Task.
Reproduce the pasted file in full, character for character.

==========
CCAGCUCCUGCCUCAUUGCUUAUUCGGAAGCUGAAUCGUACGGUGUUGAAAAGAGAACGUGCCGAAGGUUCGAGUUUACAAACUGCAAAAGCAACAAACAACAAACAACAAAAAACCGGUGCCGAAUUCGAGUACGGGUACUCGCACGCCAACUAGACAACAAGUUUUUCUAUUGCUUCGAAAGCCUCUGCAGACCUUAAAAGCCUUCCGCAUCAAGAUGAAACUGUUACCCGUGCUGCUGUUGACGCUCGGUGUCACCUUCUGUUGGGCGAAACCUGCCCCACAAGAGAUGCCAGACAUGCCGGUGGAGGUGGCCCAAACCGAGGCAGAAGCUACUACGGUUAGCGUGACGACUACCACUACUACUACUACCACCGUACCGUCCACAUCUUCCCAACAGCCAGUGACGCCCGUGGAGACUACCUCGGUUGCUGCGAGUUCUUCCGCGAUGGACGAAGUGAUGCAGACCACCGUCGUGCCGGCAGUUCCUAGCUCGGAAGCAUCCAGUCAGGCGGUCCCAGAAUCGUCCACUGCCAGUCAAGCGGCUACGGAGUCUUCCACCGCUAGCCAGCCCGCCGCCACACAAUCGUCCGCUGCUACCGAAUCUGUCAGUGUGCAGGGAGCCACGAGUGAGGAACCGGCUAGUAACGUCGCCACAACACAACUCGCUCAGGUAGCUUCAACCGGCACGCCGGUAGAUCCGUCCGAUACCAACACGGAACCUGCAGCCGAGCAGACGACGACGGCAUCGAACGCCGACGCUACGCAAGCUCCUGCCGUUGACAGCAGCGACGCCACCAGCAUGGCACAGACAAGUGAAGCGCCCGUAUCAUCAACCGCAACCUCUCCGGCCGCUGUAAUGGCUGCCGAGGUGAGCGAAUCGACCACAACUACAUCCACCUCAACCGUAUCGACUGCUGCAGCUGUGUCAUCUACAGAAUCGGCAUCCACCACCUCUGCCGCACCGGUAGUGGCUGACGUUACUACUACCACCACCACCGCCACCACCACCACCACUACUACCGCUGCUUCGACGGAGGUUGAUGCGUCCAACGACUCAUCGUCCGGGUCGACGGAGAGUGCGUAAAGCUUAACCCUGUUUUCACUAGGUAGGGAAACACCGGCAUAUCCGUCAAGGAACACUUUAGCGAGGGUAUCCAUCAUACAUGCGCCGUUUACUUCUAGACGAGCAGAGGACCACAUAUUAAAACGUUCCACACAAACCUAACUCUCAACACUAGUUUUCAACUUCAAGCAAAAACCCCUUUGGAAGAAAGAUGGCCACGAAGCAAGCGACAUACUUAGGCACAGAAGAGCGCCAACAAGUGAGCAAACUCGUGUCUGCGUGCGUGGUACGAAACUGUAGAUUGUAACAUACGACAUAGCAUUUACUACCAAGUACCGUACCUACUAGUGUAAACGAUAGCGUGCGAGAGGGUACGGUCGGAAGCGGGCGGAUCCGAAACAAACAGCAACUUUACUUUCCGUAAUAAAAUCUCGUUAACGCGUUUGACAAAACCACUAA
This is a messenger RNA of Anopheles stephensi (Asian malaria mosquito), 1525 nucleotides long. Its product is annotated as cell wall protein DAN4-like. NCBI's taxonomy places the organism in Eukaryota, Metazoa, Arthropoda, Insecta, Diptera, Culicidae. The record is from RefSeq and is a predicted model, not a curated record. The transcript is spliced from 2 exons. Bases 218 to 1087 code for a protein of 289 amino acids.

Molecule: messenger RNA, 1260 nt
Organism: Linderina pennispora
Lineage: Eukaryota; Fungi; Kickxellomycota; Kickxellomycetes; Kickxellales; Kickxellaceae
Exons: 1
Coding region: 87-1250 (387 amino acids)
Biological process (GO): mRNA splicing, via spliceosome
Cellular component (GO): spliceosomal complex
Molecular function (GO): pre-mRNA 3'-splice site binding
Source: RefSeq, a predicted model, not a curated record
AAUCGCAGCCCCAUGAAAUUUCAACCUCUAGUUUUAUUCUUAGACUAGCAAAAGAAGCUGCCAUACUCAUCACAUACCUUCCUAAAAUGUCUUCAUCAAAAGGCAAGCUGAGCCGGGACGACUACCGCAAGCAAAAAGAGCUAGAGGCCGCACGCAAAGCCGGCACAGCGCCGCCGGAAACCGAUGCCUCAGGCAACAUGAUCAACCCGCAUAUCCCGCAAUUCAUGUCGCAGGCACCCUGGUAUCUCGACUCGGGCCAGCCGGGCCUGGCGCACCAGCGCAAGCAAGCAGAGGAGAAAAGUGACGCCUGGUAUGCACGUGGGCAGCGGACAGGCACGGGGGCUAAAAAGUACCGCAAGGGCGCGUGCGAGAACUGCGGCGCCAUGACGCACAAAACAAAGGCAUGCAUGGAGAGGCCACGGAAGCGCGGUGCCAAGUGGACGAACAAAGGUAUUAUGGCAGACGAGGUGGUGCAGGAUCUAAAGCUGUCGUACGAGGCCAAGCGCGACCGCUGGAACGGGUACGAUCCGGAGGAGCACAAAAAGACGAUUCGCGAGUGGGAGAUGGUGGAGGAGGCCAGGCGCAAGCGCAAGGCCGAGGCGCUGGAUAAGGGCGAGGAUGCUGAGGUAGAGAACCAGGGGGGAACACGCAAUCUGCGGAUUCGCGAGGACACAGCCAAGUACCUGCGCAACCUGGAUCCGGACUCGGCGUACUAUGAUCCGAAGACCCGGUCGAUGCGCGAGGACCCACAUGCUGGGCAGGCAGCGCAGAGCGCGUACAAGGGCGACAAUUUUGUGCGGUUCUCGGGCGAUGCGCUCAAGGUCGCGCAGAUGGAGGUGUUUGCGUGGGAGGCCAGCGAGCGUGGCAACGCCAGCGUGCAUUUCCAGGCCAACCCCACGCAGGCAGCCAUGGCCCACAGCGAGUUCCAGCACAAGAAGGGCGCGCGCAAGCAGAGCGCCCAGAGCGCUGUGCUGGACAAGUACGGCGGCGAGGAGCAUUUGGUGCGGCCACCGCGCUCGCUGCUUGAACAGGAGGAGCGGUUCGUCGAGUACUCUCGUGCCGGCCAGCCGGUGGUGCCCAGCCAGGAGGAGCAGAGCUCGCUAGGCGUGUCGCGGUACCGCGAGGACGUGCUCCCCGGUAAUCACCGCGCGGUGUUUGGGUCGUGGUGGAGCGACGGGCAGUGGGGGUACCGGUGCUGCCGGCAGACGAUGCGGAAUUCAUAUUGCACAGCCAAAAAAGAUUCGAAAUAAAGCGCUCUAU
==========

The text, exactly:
CCAGCUCCUGCCUCAUUGCUUAUUCGGAAGCUGAAUCGUACGGUGUUGAAAAGAGAACGUGCCGAAGGUUCGAGUUUACAAACUGCAAAAGCAACAAACAACAAACAACAAAAAACCGGUGCCGAAUUCGAGUACGGGUACUCGCACGCCAACUAGACAACAAGUUUUUCUAUUGCUUCGAAAGCCUCUGCAGACCUUAAAAGCCUUCCGCAUCAAGAUGAAACUGUUACCCGUGCUGCUGUUGACGCUCGGUGUCACCUUCUGUUGGGCGAAACCUGCCCCACAAGAGAUGCCAGACAUGCCGGUGGAGGUGGCCCAAACCGAGGCAGAAGCUACUACGGUUAGCGUGACGACUACCACUACUACUACUACCACCGUACCGUCCACAUCUUCCCAACAGCCAGUGACGCCCGUGGAGACUACCUCGGUUGCUGCGAGUUCUUCCGCGAUGGACGAAGUGAUGCAGACCACCGUCGUGCCGGCAGUUCCUAGCUCGGAAGCAUCCAGUCAGGCGGUCCCAGAAUCGUCCACUGCCAGUCAAGCGGCUACGGAGUCUUCCACCGCUAGCCAGCCCGCCGCCACACAAUCGUCCGCUGCUACCGAAUCUGUCAGUGUGCAGGGAGCCACGAGUGAGGAACCGGCUAGUAACGUCGCCACAACACAACUCGCUCAGGUAGCUUCAACCGGCACGCCGGUAGAUCCGUCCGAUACCAACACGGAACCUGCAGCCGAGCAGACGACGACGGCAUCGAACGCCGACGCUACGCAAGCUCCUGCCGUUGACAGCAGCGACGCCACCAGCAUGGCACAGACAAGUGAAGCGCCCGUAUCAUCAACCGCAACCUCUCCGGCCGCUGUAAUGGCUGCCGAGGUGAGCGAAUCGACCACAACUACAUCCACCUCAACCGUAUCGACUGCUGCAGCUGUGUCAUCUACAGAAUCGGCAUCCACCACCUCUGCCGCACCGGUAGUGGCUGACGUUACUACUACCACCACCACCGCCACCACCACCACCACUACUACCGCUGCUUCGACGGAGGUUGAUGCGUCCAACGACUCAUCGUCCGGGUCGACGGAGAGUGCGUAAAGCUUAACCCUGUUUUCACUAGGUAGGGAAACACCGGCAUAUCCGUCAAGGAACACUUUAGCGAGGGUAUCCAUCAUACAUGCGCCGUUUACUUCUAGACGAGCAGAGGACCACAUAUUAAAACGUUCCACACAAACCUAACUCUCAACACUAGUUUUCAACUUCAAGCAAAAACCCCUUUGGAAGAAAGAUGGCCACGAAGCAAGCGACAUACUUAGGCACAGAAGAGCGCCAACAAGUGAGCAAACUCGUGUCUGCGUGCGUGGUACGAAACUGUAGAUUGUAACAUACGACAUAGCAUUUACUACCAAGUACCGUACCUACUAGUGUAAACGAUAGCGUGCGAGAGGGUACGGUCGGAAGCGGGCGGAUCCGAAACAAACAGCAACUUUACUUUCCGUAAUAAAAUCUCGUUAACGCGUUUGACAAAACCACUAA
This is a messenger RNA of Anopheles stephensi (Asian malaria mosquito), 1525 nucleotides long. Its product is annotated as cell wall protein DAN4-like. NCBI's taxonomy places the organism in Eukaryota, Metazoa, Arthropoda, Insecta, Diptera, Culicidae. The record is from RefSeq and is a predicted model, not a curated record. The transcript is spliced from 2 exons. Bases 218 to 1087 code for a protein of 289 amino acids.

Molecule: messenger RNA, 1260 nt
Organism: Linderina pennispora
Lineage: Eukaryota; Fungi; Kickxellomycota; Kickxellomycetes; Kickxellales; Kickxellaceae
Exons: 1
Coding region: 87-1250 (387 amino acids)
Biological process (GO): mRNA splicing, via spliceosome
Cellular component (GO): spliceosomal complex
Molecular function (GO): pre-mRNA 3'-splice site binding
Source: RefSeq, a predicted model, not a curated record
AAUCGCAGCCCCAUGAAAUUUCAACCUCUAGUUUUAUUCUUAGACUAGCAAAAGAAGCUGCCAUACUCAUCACAUACCUUCCUAAAAUGUCUUCAUCAAAAGGCAAGCUGAGCCGGGACGACUACCGCAAGCAAAAAGAGCUAGAGGCCGCACGCAAAGCCGGCACAGCGCCGCCGGAAACCGAUGCCUCAGGCAACAUGAUCAACCCGCAUAUCCCGCAAUUCAUGUCGCAGGCACCCUGGUAUCUCGACUCGGGCCAGCCGGGCCUGGCGCACCAGCGCAAGCAAGCAGAGGAGAAAAGUGACGCCUGGUAUGCACGUGGGCAGCGGACAGGCACGGGGGCUAAAAAGUACCGCAAGGGCGCGUGCGAGAACUGCGGCGCCAUGACGCACAAAACAAAGGCAUGCAUGGAGAGGCCACGGAAGCGCGGUGCCAAGUGGACGAACAAAGGUAUUAUGGCAGACGAGGUGGUGCAGGAUCUAAAGCUGUCGUACGAGGCCAAGCGCGACCGCUGGAACGGGUACGAUCCGGAGGAGCACAAAAAGACGAUUCGCGAGUGGGAGAUGGUGGAGGAGGCCAGGCGCAAGCGCAAGGCCGAGGCGCUGGAUAAGGGCGAGGAUGCUGAGGUAGAGAACCAGGGGGGAACACGCAAUCUGCGGAUUCGCGAGGACACAGCCAAGUACCUGCGCAACCUGGAUCCGGACUCGGCGUACUAUGAUCCGAAGACCCGGUCGAUGCGCGAGGACCCACAUGCUGGGCAGGCAGCGCAGAGCGCGUACAAGGGCGACAAUUUUGUGCGGUUCUCGGGCGAUGCGCUCAAGGUCGCGCAGAUGGAGGUGUUUGCGUGGGAGGCCAGCGAGCGUGGCAACGCCAGCGUGCAUUUCCAGGCCAACCCCACGCAGGCAGCCAUGGCCCACAGCGAGUUCCAGCACAAGAAGGGCGCGCGCAAGCAGAGCGCCCAGAGCGCUGUGCUGGACAAGUACGGCGGCGAGGAGCAUUUGGUGCGGCCACCGCGCUCGCUGCUUGAACAGGAGGAGCGGUUCGUCGAGUACUCUCGUGCCGGCCAGCCGGUGGUGCCCAGCCAGGAGGAGCAGAGCUCGCUAGGCGUGUCGCGGUACCGCGAGGACGUGCUCCCCGGUAAUCACCGCGCGGUGUUUGGGUCGUGGUGGAGCGACGGGCAGUGGGGGUACCGGUGCUGCCGGCAGACGAUGCGGAAUUCAUAUUGCACAGCCAAAAAAGAUUCGAAAUAAAGCGCUCUAU